2013-11-29 / Community

Strategic planning enters final stages

Project’s goal is to pinpoint Kennebunk’s economic priorities
By Alex Acquisto
Staff Writer

KENNEBUNK — “What are Kennebunk’s key benchmarks important for economic development?” Mat Eddy asked seven residents present at a public forum at town hall Thursday.

Eddy, who is the town’s economic development director, has been sifting through social and fiscal trends in Kennebunk throughout the past decade, part of the ongoing Strategic Economic Development Analysis Project (S.E.D.A.P.), which Eddy began facilitating in early fall.

The objective of the S.E.D.A.P., said Eddy in September, is to determine priorities at different local levels, beginning with individual residents’ priorities.

The eventual goal of the analysis is to solidify those priorities into an applicable strategic plan for Kennebunk, similar to a market and branding study.

Nearing its final phases, Eddy presented recent findings on fiscal and social benchmarks at the Nov. 21 meeting. A benchmark, said Eddy, is a “standard or point of reference against which things may be compared or assessed.”

Examples such as retail trade, unemployment rates, higher education degree attainment and personal income were examined.

Community benchmarks on which Eddy reported were mostly derivatives of the development of TIF districts: areas and patterns of expenditures, new businesses, employee patterns, building permits and infrastructure investment.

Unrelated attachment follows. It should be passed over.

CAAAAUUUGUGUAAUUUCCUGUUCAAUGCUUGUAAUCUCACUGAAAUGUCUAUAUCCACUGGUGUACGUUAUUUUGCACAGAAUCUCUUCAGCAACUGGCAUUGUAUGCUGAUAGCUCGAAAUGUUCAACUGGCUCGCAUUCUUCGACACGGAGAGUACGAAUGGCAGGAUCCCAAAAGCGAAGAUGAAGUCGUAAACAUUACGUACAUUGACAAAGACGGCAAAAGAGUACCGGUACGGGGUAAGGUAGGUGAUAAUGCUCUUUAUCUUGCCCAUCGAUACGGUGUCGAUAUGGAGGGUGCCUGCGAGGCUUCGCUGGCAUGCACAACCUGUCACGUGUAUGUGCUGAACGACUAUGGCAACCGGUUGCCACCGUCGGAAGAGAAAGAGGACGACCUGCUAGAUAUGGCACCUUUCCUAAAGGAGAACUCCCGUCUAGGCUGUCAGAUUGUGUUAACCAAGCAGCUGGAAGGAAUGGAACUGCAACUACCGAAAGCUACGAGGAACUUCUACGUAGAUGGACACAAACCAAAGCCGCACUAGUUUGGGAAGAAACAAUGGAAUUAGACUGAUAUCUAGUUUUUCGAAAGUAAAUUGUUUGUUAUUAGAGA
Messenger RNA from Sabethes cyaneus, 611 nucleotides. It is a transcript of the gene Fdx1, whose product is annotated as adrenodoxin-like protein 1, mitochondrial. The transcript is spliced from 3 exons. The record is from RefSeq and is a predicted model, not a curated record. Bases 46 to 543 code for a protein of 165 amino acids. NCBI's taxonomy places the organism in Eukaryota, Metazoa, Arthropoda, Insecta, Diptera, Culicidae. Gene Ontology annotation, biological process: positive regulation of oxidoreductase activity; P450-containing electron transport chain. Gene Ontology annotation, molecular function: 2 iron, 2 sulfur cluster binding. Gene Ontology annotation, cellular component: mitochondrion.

Eddy and his team tallied the number of jobs added in each of Kennebunk’s TIF districts since 2004 (Route 1, Alfred Road/Utility Quarter, Lower Village) and found that 508 employees were added after TIF expansions were completed.

In 2004 the combined TIF districts were assessed at $37,159,200, which has swelled significantly to $134,625,700— what it is today.

Other areas also showed a boom in numbers.

In 2004, 31 commercial building permits were issued at an estimated value of $3,480,800. In 2012 that number rose considerably to 237 to an estimated value of $46,144,062.

The total number of residential and commercial building permits given in 2004 was just shy of 600, with an estimated value of $31,800,105. In 2012 that number rose only slightly, to 639, but the value increased to $70,818,646.

“For every $1,000 invested, we created almost $11,000 in new value,” Eddy said.

“It seems like the implicit argument is that the job growth is a direct result of the TIF,” said resident John Costin. “I just think we should be cautious about coming to the conclusion that the job growth is because of the TIF, in terms of causality. We put those (TIF districts) there because we anticipated growth, anyway,” Costin said.

Eddy then vetted other suggestions of noteworthy benchmark measures.

Issues such as water quality, diversity of jobs, retail niches and land preservation were discussed.

“The purpose is to form a survey asking what residents really want, and if we get it, will they come?”

After the meeting, Eddy clarified more concrete goals. “I’m going to go into a workshop with the board of Selectmen on Dec. 3,” Eddy said. “I’ll put more detail in the draft that we have so far. I might identify some time periods to give people a beginning.

“Our guiding force: we want to do benchmarks, but we want to make sure they’re easy to calculate,” Eddy said. “We’ve been feeling a sense of accomplishments in these forums. Last night there was question of causality, but causality doesn’t really matter. What matters is, when we do these actions, what happens? What can we predict in the future? What do we want to accomplish with these investments?’”

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